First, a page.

6-8 leaves fresh basil

Extra virgin olive oil

Flaky sea salt

 

 

To serve:

 

Cut each of the mozzarella into quarters. Arrange four wedges on a large plate.   Spoon a generous tablespoon of caponata on top.   Drizzle extra virgin olive oil.   Sprinkle with a chiffonade of basil and a few flakes of sea salt.   Serve immediately with good crusty bread.

Caponata

 

Serves 4-6

 

1 large aubergine, dice in 1/2- 3/4inch (1cm-2cm) but not peeled

salt

5 tablespoons extra virgin olive oil

5-6 stalks of celery, chopped

1 large onion, chopped

1 x 400g (14oz) tin chopped tomatoes

1 – 1 1/2 tablespoons caster sugar

4 tablespoons red wine vinegar

1/2-1 teaspoon freshly ground coriander

1 teaspoon capers

12 black olives, pitted and roughly chopped

2 tablespoons coarsely chopped flat parsley, chopped

salt and pepper

 

Cut the aubergine into 1-2cm (1/2-3/4inch) dice. Sprinkle with salt. Leave to drain for 30 minutes approximately. Rinse and gently dry with a clean tea towel or kitchen paper.
Heat 4 tablespoons) extra virgin olive oil in a wide sauté pan. Add the celery and cook slightly until browned. Transfer to a plate. Add the aubergine to the pan; add more oil if necessary, sauté until golden and tender, sauté. Leave to cool.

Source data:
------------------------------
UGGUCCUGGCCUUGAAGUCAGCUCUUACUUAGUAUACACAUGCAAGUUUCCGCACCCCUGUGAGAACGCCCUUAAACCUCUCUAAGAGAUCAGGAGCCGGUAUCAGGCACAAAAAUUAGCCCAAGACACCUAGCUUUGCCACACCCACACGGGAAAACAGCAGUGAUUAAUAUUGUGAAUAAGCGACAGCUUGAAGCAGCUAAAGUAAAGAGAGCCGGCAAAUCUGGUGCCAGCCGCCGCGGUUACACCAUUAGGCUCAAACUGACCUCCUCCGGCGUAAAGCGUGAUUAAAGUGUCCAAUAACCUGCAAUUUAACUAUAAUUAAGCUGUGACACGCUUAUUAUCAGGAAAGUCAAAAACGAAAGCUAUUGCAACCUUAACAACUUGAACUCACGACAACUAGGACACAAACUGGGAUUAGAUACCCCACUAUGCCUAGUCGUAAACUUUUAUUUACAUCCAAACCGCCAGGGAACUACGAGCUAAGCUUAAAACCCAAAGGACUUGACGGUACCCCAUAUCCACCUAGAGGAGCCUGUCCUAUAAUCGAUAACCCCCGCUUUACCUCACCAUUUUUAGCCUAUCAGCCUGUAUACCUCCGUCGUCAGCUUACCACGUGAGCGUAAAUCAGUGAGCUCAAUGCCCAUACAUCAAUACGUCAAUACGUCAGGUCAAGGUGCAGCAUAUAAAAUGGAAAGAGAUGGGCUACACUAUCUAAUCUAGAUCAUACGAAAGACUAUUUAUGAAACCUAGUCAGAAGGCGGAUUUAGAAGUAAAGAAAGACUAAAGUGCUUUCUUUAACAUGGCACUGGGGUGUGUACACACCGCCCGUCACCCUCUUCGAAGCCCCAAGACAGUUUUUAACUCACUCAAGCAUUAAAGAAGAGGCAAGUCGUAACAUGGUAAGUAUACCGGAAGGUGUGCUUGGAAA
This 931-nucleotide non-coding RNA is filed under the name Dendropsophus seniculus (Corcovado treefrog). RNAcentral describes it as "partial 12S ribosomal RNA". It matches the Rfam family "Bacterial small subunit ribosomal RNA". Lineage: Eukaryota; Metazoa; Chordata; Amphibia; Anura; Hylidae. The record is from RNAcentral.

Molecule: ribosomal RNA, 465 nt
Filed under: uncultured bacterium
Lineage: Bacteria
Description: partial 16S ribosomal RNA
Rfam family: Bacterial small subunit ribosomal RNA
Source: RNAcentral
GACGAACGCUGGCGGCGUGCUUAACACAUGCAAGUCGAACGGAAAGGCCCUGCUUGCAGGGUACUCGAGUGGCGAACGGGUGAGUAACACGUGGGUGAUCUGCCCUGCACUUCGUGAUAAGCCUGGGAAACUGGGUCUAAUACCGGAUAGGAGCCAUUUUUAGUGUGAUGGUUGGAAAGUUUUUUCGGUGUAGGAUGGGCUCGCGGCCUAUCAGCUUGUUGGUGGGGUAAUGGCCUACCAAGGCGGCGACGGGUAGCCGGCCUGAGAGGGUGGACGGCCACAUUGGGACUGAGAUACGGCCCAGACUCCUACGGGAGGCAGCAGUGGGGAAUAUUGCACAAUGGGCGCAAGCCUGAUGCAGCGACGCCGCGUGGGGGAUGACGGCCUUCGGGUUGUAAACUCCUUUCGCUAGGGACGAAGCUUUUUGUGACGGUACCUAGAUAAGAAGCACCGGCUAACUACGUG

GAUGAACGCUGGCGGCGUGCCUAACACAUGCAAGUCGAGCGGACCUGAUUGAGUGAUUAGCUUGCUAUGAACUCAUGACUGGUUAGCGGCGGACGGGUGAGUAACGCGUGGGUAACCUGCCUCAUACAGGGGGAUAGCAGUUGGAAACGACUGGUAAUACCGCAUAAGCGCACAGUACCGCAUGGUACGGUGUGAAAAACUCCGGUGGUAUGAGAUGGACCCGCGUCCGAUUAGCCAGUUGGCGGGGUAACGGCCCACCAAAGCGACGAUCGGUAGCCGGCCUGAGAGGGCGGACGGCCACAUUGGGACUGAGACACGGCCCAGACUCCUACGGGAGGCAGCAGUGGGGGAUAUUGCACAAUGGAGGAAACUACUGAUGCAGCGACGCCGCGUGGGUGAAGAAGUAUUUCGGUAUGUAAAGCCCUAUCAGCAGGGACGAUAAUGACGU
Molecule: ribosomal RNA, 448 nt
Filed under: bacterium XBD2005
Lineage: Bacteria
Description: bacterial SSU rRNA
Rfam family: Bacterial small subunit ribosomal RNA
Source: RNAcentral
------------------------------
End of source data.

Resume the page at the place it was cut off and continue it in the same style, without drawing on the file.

Add another tablespoon oil to the pan and sauté the onion until golden. Chop the tomatoes and add with the juice. Simmer for 15 minutes or so until thick. Add sugar, wine, vinegar and coriander. Cook for a further 10 minutes. Stir in the capers, olives, parsley, aubergine and celery. Season with salt and plenty of pepper. Taste and adjust seasoning, pour into a serving dish.

Serve warm or cool.

 

Carpaccio of wild salmon with fennel flowers and pollen

A rare and special treat enjoyed during the few weeks a year when we can get a precious wild salmon.

 

Serves 4

 

175g spanking fresh wild salmon

homemade mayonnaise

freshly squeezed lemon juice

extra virgin olive oil

fennel pollen

fennel flowers

fennel fronds

freshly cracked pepper